By Margaret Zheng
When we were children fresh in elementary school, reciting the ABCs and 123s, drilling sight words and “math facts,” singing “Oh yes, it’s cool to be in school,” we learned not only about reading and arithmetic, but also about learning itself. Not long after our first day of classes, we mastered our first lesson: school = education. We went to school to learn, and we learned by going to school.
Now after eleven years of the toils and tumults of public schooling, I find this axiom of young people’s lives to harmfully mislead. Yes, we study and learn in school, and yes, schooling is a measure of the capability employers demand of their new cohorts. But we experience and learn, play and learn, and even study and learn, outside of school, and we grow as persons outside of school. School is a part of our education, but our education must transcend school.
From grades K-12, national and state bureaucrats drop upon students’ and teachers’ shoulders much of what we’re schooled on. Our schooling is largely fixed -- and faulty. Why do we learn labs but not research? History, but not civic engagement? Essays, but not tweets, not TV? Algebra, but not computers, not cryptography?
To those lucky to have the power to make schooling more conducive to a holistic, practical education, I plead that you openly and kind-heartedly join in dialogue with us Americans on this critical issue and set aside political loyalties to take action that truly serves our children.
But to you life-long students, youths and adults alike, I plead that you not wait patiently for the rumble of the engine of change, but rather venture in your fiery, lonely, human spirit to forge your own education and form your own active, purposeful person from that education. Let this popular quote, derived from Grant Allen’s writings but often misattributed to his contemporary Mark Twain, be your maxim: “I have never let my schooling interfere with my education.”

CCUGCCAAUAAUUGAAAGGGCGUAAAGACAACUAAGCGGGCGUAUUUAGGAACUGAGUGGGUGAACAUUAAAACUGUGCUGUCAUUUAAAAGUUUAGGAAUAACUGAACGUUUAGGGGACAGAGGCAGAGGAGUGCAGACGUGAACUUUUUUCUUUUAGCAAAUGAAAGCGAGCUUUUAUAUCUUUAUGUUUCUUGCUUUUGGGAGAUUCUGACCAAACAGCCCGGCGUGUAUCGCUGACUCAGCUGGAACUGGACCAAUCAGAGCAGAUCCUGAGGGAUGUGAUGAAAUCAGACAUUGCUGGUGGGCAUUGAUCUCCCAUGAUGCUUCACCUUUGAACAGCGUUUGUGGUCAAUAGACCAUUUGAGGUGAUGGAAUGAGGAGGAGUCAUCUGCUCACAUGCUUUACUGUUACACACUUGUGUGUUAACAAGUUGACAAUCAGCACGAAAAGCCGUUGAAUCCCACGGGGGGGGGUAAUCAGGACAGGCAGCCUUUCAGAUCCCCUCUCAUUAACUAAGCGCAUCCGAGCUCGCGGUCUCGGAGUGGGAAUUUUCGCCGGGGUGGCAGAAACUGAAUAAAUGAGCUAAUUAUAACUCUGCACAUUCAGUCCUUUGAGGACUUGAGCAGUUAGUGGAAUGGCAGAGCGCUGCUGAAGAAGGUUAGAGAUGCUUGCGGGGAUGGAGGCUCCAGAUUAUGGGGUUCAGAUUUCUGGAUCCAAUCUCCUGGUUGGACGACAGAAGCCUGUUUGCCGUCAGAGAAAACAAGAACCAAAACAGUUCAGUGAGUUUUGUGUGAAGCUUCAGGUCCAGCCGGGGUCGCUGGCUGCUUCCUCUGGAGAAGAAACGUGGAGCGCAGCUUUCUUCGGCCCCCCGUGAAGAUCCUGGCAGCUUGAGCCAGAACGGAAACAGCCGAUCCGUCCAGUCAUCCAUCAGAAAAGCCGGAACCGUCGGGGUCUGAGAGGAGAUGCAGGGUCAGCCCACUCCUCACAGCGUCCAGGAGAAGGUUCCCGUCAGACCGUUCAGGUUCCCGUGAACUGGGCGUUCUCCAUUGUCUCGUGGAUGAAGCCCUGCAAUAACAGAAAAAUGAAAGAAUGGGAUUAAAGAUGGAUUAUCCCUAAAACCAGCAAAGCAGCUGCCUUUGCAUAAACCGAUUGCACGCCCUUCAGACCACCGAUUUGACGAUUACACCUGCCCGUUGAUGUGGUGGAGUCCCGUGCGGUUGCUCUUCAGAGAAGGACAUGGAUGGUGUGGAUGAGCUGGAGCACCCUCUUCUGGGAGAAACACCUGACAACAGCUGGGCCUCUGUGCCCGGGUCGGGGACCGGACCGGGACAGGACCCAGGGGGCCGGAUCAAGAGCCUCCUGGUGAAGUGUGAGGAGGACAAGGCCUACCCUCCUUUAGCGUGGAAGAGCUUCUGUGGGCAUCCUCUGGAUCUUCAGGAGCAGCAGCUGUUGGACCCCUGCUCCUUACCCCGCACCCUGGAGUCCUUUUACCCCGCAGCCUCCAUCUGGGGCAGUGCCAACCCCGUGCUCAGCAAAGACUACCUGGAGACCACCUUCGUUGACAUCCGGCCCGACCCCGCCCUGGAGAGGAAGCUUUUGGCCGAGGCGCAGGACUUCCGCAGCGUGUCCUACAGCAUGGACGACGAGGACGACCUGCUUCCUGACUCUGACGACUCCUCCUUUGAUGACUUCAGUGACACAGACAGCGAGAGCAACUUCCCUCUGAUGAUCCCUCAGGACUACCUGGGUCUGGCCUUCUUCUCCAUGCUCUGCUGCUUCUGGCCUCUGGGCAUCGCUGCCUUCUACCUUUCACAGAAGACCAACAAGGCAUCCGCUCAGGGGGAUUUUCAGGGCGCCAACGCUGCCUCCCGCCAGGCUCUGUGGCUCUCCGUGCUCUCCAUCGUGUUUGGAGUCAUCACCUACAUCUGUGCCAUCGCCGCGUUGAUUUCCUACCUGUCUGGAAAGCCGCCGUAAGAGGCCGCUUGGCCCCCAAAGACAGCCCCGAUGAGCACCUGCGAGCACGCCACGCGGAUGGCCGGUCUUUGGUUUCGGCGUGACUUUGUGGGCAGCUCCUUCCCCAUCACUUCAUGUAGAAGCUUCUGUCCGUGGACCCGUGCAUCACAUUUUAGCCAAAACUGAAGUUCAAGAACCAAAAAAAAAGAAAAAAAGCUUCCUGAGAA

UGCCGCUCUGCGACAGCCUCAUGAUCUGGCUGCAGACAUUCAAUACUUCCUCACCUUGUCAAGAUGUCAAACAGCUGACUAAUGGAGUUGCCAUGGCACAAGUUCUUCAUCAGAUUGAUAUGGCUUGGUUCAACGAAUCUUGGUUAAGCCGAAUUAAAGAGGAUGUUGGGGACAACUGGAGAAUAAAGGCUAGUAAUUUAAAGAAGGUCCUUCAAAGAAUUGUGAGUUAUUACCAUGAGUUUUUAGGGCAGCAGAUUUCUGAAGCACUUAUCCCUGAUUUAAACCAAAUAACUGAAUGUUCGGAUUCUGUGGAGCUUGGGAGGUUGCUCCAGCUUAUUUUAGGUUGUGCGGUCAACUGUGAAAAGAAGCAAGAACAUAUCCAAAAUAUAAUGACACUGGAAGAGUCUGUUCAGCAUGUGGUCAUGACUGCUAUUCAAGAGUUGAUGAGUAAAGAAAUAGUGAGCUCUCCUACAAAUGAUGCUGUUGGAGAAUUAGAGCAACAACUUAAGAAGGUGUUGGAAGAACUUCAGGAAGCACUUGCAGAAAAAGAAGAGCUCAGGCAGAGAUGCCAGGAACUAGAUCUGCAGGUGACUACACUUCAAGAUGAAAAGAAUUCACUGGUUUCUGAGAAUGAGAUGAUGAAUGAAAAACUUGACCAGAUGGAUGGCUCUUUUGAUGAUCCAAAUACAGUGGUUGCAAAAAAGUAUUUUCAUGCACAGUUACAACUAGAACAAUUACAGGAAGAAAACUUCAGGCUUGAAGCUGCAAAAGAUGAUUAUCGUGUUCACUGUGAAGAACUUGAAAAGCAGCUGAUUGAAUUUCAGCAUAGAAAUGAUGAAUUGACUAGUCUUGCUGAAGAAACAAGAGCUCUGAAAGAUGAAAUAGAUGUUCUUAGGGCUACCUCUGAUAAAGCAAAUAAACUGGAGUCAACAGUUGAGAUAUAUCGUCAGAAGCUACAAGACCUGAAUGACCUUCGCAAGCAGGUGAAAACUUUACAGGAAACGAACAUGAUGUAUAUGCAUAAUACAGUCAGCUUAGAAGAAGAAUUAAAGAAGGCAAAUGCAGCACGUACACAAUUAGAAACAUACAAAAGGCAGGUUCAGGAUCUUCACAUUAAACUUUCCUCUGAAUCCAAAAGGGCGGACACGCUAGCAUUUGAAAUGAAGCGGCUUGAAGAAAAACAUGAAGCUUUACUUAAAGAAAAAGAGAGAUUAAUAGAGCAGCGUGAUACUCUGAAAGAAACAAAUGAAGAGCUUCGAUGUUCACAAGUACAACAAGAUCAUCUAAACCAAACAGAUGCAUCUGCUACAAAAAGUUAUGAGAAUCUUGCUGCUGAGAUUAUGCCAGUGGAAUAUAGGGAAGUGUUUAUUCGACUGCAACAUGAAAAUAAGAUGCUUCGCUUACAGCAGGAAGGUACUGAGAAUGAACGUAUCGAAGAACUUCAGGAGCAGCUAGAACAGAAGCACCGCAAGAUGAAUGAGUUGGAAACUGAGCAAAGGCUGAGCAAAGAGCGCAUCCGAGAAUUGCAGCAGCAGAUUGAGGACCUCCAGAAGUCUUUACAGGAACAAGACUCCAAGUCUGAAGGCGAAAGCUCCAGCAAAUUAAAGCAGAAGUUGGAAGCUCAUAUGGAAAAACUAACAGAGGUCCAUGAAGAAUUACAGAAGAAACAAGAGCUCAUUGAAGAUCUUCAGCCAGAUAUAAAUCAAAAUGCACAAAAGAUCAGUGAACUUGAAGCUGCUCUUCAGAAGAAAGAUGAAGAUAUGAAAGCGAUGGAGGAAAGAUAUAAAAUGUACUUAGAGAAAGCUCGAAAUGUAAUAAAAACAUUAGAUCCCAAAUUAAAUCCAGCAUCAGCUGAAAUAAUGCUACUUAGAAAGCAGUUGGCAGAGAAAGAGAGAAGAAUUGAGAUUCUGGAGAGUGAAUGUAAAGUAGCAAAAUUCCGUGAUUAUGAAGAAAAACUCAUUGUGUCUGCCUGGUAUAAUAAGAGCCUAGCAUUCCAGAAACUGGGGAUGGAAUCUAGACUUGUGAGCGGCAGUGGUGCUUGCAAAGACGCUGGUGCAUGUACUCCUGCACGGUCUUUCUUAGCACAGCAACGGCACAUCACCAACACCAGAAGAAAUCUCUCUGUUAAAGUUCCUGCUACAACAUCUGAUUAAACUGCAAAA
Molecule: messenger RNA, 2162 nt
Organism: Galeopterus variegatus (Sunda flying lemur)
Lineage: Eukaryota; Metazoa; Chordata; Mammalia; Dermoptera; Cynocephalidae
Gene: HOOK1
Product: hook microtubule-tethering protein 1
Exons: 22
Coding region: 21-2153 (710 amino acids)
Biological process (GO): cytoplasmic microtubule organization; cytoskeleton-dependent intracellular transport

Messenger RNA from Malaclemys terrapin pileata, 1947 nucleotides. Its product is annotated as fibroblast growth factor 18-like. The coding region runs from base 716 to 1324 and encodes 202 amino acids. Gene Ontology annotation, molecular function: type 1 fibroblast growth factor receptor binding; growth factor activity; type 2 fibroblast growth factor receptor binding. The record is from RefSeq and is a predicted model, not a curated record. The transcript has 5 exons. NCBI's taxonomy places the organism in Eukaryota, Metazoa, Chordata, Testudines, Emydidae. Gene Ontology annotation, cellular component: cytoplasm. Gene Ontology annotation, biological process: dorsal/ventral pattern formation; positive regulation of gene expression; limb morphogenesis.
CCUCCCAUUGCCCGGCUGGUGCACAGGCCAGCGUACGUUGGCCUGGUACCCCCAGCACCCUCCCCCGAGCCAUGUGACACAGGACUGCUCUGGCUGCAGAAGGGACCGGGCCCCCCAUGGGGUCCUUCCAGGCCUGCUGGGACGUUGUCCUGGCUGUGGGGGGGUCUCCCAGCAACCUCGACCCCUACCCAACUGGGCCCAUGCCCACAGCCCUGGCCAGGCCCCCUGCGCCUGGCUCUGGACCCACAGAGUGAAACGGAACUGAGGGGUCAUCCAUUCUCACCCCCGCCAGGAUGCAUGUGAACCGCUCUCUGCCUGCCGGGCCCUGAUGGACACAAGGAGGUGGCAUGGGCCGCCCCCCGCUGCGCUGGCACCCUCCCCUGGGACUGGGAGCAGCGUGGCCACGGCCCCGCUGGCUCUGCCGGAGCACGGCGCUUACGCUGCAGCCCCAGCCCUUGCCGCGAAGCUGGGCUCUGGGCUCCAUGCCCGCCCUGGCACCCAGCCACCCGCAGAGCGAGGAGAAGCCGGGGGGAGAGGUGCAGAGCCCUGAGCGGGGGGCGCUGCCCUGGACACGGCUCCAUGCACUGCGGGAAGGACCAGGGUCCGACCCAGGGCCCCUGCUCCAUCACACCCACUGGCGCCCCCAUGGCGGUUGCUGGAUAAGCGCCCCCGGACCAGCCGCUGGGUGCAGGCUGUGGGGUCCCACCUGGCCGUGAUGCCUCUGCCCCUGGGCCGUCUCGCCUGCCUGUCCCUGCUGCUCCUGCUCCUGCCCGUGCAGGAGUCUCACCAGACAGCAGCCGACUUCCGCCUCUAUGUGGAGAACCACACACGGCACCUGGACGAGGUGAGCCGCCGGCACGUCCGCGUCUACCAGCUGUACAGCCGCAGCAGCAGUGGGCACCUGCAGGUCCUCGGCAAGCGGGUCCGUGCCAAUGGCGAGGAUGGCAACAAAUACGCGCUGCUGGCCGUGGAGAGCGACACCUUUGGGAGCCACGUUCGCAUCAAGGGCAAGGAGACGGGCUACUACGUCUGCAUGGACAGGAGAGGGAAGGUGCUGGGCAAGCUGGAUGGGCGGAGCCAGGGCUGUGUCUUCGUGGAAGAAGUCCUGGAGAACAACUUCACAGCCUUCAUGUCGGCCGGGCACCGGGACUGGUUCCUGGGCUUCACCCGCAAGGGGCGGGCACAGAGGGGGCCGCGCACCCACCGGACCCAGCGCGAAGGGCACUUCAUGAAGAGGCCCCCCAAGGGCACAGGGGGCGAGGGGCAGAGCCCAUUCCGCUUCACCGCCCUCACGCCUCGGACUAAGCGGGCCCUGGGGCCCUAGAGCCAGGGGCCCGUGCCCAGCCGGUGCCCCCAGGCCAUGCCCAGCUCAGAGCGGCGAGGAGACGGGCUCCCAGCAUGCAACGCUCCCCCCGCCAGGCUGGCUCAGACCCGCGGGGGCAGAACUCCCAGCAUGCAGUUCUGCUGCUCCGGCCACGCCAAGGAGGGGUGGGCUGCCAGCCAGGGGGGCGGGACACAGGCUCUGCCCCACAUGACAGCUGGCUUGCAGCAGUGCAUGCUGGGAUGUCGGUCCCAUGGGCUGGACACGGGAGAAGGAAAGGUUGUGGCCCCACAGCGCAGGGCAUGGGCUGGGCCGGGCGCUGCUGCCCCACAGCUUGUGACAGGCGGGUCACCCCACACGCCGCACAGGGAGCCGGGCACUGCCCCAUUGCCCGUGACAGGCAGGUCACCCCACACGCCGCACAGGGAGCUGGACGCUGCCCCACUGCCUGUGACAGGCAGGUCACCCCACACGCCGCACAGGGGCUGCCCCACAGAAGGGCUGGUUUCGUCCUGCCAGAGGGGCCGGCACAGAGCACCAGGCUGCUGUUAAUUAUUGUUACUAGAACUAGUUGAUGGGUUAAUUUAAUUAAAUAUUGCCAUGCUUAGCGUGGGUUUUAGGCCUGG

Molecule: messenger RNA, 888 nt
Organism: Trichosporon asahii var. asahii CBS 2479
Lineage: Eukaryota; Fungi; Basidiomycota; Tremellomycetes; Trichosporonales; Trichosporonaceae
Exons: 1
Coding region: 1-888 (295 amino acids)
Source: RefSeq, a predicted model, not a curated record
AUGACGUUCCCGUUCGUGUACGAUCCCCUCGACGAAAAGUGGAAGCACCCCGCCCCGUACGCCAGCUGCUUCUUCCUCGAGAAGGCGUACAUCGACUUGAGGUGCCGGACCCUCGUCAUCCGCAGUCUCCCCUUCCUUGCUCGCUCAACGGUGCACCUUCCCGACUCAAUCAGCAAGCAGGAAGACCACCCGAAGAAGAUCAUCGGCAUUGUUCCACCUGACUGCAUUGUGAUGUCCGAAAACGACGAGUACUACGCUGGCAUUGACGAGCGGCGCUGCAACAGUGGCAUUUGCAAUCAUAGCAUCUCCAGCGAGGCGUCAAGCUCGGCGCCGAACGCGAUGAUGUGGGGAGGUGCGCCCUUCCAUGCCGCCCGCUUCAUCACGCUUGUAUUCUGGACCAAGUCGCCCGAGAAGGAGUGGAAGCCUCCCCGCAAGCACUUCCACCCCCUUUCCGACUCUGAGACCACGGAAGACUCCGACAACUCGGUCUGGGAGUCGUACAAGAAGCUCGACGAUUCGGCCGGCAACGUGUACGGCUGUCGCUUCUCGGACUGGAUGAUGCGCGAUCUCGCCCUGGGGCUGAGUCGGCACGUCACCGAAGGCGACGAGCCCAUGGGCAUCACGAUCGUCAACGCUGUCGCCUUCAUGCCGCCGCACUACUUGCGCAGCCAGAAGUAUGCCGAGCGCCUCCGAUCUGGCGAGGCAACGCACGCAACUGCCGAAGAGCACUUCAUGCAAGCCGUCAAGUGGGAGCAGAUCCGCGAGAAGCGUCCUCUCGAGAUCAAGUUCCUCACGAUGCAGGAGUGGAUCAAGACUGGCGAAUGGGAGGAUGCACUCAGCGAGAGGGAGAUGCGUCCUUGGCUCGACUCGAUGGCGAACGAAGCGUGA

Don’t restrict your perspective of academics to the “what”s and “how”s of schooling. All we study in school breathes in the wider world, even if choked in the musty classroom. Let your formal studies urge you to break out of asphyxiation and explore.
School presents a limited, sometimes lifeless, view of the intellectual arts, which are in reality not so well-defined as biology and language arts and history and geometry, but are interwoven in humanity’s shared confrontations with the games of thought and the pains of experience.
Mathematics most beautifully and most horrifyingly demonstrates the wide gap between school study and real-life practices, and I do not just mean the lack of lessons on taxes and budgeting.
Derived from the Greek root meaning “to learn,” “mathematics” is more than the study of numbers or shapes, or even of music or astronomy or games or knots. Math, the language of logic, supports and permeates all other areas of study, inviting us to not only reason precisely, but also problem-solve intuitively and to consider openly.